In an earlier blogpost we already discussed the common misconceptions about recycled polyester. Today, we will share 5 misunderstandings about sustainable fashion!
These past few years, there has been an uproar when it comes to the importance of sustainable and ethical fashion. This comes with a lot of information on the topic as well as a lot of miscommunication and greenwashing, such as the following:
- Cotton is good
- Bamboo is the best
- Recycling is gross
- Luxury brands are more ethical and sustainable
- Only rich people can afford to always show sustainable
1. Cotton is good
Cotton might sound like it’s environmentally friendly, however, cotton cultivation uses more chemicals than the cultivation of any other crop! 2.4% of the total available farmland is used for cotton, while it uses 6% of total pesticides worldwide.
Besides that, growing cotton also requires a lot of water. This majorly depends on the area it is grown. On average, it takes about 8,000 liters of water per kilogram of cotton. However, in India, where most of the cotton is grown, it takes 22,000 liters per kilogram! And due to the use of those pesticides, the water gets polluted which is also dangerous for the farmers.
A better alternative is biological cotton. While this still uses a lot of water to grow, it doesn’t get as polluted because no pesticides are used. The only downside is that it has to get plucked by hand. To be able to pluck it mechanically, it is required to use a defoliant, which is a chemical.
2. Bamboo is the best
More and more often we see bamboo getting used for clothing. It usually gets promoted as being super sustainable, which is true to some extent.
Bamboo is an ultra-fast growing material, which results in less farmland having to be used. Besides that, it also has antibacterial properties, which means no pesticides or other harmful substances have to be used to grow this crop. To make the textile, only the leaves are used. The rest of the plant can, therefore, just keep on growing.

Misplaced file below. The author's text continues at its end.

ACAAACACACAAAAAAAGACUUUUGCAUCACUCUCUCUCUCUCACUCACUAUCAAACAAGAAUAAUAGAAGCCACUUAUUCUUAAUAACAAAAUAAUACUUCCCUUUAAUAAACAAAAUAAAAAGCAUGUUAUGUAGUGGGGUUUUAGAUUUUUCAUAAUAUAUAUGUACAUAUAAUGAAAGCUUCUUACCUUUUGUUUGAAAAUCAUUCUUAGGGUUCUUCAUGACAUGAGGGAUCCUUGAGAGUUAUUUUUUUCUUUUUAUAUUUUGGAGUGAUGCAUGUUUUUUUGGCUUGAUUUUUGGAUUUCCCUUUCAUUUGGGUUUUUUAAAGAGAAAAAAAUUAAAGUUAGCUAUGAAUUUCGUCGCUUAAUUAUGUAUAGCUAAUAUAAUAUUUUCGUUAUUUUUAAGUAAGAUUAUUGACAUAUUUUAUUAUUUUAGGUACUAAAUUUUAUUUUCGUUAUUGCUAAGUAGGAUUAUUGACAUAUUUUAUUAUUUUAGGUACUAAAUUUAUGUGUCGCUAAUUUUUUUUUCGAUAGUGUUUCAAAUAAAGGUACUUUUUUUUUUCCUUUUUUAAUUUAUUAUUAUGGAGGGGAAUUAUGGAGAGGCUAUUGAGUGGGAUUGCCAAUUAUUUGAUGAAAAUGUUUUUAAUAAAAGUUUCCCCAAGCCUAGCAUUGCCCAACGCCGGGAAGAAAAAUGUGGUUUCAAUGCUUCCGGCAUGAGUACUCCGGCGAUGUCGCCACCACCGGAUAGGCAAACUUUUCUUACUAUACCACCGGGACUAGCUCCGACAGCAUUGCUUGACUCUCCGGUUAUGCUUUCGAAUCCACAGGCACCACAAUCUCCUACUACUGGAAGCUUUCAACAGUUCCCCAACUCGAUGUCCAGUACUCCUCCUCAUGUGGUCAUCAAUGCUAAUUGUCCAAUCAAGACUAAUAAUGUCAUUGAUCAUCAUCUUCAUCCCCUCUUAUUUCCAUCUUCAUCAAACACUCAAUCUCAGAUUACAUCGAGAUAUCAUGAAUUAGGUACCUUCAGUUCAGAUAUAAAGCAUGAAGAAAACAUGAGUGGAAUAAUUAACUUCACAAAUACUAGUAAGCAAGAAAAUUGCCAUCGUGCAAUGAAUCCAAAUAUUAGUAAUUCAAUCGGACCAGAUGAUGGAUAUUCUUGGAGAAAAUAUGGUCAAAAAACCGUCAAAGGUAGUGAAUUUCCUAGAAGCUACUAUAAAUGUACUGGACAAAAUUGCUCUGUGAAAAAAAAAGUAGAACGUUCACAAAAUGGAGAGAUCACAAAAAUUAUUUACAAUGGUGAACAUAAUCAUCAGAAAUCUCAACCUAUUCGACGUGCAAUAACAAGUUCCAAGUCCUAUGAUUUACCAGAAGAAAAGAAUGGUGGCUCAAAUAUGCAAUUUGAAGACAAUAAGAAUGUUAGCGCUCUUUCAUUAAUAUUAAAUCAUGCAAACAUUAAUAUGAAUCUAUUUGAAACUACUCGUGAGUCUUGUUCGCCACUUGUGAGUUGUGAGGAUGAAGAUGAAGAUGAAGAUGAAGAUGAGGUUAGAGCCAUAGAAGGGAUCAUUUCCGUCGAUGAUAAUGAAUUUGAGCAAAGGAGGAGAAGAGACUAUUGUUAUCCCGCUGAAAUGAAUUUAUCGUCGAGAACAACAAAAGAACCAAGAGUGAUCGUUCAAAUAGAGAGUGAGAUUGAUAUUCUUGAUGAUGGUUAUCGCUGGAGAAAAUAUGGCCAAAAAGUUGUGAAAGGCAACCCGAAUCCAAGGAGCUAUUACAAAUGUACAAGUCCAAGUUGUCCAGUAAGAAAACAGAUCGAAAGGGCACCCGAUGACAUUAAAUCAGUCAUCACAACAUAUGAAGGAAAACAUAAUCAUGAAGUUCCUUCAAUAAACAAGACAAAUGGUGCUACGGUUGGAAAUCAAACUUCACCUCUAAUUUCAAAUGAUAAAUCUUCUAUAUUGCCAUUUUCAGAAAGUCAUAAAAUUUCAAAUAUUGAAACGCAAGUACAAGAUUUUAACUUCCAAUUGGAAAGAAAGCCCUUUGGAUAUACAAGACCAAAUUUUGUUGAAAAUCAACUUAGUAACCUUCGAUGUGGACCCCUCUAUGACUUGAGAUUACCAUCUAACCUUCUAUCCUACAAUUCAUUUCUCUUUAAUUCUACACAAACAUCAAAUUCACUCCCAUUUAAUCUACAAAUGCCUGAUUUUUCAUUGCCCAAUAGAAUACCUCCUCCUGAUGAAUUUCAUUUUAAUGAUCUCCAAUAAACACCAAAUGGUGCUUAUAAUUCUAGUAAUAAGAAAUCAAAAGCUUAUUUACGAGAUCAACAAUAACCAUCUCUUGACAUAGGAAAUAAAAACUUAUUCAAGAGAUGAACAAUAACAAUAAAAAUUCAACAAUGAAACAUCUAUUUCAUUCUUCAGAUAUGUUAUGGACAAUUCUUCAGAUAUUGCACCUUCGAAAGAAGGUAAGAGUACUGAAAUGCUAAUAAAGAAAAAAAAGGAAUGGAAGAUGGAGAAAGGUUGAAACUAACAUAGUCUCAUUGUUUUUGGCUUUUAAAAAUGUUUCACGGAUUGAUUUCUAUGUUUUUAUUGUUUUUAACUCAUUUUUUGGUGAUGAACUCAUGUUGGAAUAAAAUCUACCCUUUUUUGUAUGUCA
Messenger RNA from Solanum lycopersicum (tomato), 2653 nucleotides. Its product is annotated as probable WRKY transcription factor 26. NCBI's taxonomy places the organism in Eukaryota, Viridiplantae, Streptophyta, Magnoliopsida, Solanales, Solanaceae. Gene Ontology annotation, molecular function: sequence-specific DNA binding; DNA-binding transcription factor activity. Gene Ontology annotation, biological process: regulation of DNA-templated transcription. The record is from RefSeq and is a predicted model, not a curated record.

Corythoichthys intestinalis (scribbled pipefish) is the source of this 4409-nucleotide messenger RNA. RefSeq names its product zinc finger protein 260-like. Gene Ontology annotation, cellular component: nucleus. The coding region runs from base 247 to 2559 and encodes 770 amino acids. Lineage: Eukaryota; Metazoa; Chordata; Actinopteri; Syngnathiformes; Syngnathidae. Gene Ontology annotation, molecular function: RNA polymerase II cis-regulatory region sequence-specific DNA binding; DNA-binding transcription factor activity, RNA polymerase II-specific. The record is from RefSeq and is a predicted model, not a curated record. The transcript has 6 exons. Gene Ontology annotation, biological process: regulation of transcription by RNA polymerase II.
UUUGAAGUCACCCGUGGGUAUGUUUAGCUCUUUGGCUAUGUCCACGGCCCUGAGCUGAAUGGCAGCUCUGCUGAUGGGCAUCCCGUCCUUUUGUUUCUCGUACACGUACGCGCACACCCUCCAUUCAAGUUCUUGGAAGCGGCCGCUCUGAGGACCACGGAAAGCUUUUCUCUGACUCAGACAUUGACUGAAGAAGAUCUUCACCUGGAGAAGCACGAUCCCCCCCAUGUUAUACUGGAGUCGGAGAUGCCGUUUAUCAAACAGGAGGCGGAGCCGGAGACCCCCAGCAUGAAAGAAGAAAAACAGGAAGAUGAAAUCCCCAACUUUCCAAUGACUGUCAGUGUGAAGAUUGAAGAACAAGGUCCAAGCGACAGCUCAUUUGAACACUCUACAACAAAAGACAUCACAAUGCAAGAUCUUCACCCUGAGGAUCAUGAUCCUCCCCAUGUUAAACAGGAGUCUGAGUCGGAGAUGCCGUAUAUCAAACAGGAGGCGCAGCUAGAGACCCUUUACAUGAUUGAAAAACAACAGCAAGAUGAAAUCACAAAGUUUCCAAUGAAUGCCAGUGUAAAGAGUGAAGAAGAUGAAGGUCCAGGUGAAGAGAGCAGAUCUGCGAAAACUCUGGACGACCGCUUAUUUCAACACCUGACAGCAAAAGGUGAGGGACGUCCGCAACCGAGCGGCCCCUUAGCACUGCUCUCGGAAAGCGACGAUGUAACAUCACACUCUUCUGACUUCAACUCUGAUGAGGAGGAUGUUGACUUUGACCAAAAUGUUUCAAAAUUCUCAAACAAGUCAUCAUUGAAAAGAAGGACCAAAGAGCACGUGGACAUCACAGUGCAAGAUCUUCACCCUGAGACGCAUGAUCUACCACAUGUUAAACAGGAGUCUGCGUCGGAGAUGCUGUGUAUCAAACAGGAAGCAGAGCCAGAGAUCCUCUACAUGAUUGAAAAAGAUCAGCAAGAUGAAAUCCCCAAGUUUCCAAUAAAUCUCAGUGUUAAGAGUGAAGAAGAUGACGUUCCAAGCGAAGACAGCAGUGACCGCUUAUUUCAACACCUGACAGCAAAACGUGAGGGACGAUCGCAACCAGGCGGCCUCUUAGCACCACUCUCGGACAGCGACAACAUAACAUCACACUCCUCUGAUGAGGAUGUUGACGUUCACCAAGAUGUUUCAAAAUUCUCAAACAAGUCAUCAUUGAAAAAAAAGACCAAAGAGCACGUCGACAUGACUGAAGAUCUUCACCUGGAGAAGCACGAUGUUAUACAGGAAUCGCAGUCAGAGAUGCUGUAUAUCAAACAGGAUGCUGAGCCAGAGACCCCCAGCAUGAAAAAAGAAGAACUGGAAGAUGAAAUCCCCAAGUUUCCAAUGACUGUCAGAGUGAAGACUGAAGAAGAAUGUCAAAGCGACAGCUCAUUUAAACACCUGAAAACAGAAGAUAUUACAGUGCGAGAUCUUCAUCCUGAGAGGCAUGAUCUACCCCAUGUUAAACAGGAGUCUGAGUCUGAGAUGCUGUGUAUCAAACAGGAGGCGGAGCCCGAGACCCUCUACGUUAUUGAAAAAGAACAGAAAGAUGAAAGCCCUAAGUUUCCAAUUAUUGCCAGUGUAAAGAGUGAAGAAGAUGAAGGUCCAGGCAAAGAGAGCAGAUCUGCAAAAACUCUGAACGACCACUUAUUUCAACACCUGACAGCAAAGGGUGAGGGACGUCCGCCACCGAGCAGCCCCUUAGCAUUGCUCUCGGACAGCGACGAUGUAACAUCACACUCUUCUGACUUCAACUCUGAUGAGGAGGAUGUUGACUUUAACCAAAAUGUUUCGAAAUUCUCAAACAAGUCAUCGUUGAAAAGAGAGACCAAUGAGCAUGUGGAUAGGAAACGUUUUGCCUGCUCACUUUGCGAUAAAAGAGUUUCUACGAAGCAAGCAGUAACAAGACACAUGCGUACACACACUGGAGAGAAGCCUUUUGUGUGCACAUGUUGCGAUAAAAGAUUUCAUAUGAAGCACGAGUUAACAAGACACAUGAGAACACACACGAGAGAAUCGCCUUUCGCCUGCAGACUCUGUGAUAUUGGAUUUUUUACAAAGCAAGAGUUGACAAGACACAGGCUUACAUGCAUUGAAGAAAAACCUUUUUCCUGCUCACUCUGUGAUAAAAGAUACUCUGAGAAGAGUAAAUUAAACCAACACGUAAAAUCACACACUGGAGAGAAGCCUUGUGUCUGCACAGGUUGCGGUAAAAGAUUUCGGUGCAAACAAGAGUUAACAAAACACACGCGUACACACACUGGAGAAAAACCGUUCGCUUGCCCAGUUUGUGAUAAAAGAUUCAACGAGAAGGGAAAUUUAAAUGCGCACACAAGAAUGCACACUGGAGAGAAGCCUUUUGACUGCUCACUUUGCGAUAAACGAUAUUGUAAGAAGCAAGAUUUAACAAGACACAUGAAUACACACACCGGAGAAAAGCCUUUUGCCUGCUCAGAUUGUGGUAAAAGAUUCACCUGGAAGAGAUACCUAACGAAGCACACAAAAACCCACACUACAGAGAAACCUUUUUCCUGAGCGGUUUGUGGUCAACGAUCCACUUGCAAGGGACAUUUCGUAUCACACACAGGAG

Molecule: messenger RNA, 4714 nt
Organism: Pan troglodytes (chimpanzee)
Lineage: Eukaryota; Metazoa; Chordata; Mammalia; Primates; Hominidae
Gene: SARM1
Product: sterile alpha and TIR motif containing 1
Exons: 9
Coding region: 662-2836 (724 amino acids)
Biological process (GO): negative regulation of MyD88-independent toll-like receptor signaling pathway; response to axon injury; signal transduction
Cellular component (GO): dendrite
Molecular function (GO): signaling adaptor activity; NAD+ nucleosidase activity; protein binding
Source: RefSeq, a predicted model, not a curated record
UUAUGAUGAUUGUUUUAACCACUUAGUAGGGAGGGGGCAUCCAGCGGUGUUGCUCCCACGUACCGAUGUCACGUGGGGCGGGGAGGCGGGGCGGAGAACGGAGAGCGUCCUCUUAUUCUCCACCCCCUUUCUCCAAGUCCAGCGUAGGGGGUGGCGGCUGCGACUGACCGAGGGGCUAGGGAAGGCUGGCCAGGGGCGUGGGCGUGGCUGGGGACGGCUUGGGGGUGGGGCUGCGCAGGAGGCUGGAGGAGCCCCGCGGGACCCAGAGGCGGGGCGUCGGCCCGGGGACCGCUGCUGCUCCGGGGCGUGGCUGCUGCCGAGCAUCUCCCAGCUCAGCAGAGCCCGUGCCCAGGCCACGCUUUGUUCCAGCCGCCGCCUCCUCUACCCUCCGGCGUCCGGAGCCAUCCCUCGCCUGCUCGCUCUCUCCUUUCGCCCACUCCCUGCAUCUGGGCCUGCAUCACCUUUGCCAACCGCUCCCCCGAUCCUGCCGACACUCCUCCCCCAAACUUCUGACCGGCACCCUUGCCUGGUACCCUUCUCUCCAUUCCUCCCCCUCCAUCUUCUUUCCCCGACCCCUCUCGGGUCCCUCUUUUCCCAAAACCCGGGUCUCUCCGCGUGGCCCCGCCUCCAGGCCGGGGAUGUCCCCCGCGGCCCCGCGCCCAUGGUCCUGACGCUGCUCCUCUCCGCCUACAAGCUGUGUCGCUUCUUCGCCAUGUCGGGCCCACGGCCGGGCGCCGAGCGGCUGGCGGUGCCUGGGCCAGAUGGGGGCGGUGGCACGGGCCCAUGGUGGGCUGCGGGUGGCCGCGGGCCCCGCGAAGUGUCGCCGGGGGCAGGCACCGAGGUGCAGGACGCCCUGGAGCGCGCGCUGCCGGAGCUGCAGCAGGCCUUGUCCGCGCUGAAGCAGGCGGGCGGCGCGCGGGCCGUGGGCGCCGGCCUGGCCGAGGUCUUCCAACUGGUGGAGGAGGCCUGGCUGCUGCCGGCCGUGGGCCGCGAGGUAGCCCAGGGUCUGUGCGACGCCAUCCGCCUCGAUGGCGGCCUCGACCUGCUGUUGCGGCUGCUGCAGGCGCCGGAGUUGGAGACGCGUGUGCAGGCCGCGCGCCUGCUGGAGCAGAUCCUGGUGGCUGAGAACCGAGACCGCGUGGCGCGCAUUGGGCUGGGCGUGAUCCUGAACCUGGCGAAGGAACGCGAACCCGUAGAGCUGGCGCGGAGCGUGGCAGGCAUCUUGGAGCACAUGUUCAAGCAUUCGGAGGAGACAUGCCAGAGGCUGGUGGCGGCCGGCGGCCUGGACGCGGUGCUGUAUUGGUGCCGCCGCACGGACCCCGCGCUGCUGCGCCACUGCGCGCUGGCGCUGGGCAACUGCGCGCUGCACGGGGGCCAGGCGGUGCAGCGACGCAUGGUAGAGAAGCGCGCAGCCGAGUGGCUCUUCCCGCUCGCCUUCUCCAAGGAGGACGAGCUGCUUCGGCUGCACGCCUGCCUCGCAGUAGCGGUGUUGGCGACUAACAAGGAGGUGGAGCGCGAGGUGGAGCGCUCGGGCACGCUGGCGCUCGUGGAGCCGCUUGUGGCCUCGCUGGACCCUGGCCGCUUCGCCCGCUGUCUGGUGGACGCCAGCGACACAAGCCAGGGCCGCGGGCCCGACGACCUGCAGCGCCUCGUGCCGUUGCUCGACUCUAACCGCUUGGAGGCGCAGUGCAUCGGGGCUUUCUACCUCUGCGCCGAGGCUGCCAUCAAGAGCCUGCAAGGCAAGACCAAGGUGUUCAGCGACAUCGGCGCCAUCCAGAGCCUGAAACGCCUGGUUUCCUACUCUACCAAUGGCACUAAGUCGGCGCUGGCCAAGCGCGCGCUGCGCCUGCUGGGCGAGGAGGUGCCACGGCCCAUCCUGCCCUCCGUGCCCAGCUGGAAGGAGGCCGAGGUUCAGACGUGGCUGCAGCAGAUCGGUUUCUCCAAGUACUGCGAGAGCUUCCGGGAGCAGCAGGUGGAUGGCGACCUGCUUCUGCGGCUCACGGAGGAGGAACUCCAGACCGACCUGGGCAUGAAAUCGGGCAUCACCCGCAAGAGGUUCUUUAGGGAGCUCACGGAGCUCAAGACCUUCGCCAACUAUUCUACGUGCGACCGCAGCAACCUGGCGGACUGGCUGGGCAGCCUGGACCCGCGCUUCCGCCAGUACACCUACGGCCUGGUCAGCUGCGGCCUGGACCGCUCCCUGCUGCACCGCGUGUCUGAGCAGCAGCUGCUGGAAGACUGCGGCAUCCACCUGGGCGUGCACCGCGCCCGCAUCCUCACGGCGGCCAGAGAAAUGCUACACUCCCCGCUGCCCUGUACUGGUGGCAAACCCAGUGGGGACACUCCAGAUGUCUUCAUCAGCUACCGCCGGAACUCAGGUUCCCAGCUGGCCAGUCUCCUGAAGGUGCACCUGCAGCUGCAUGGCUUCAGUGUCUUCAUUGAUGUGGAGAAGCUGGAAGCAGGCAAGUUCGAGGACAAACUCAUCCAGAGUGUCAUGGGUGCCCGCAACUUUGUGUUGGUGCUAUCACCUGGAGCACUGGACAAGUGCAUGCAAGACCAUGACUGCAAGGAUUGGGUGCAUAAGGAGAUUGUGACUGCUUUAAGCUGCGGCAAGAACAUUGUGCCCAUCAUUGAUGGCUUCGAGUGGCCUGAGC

On the downside, it is not that easy to make a textile from bamboo. From the bamboo chips, a pulp has to be made and that requires chemicals. However, there are advancements being made when it comes to this technique!
3. Recycling is gross
Recycling is an important factor in the fashion industry nowadays. However, a lot of people associate it with recycling in their daily lives and therefore think it is gross. Luckily, this is not the case!
There are many different types of recycling in the fashion industry. For example, you can recycle PET bottles to make Recycled Polyester. Besides that, you can also use pre-loved clothing items to recycle them into new items.
There are a lot of companies using, for example, 100% recycled, local denim to make things such as scarves and vests. This is a great way to reduce the local clothing waste mountain. To help put things in perspective, in the Netherlands, this mountain weighs approximately 235.000.000 kilos!
4. Luxury brands are more ethical and sustainable
This is definitely not always true.
Most of the high-end brands still heavily rely on non-sustainable fabrics and unethical working environments. In fact, these items often get produced in the same factories as those of fast-fashion brands. It is safe to say that you’re paying for a label, rather than for sustainability reasons.
There are some luxury brands who really are (more) sustainable and try their best in reducing their footprint, but the same counts for some more affordable brands as well.
5. Only rich people can afford to always shop sustainably
Luckily, this is something that definitely does not have to be true. There are many different ways in which we can sustainably contribute to the fashion industry.
When looking at new, ethical clothes, it does make sense that the price is higher than those of fast fashion brands. Those ethical clothes come with an ethical, more realistic price tag. It factors in the workers and the planet!
Another thing you should consider is that these clothes are made to last. This doesn’t only reflect in the quality, but also the fact that these ethical brands usually do not follow the latest micro trends. This allows you to create a timeless wardrobe! Which will save you money in the long run, as you don’t have to continuously buy new clothes to keep up with the latest fashion trends.
You can also find a lot of these basic, beautiful pieces in thrift stores. Buying clothes secondhand is usually even more affordable than buying new, fast fashion pieces. Besides that, they are also the most sustainable items you can buy!
Are there any other misconceptions we didn’t talk about in this blogpost? Let us know!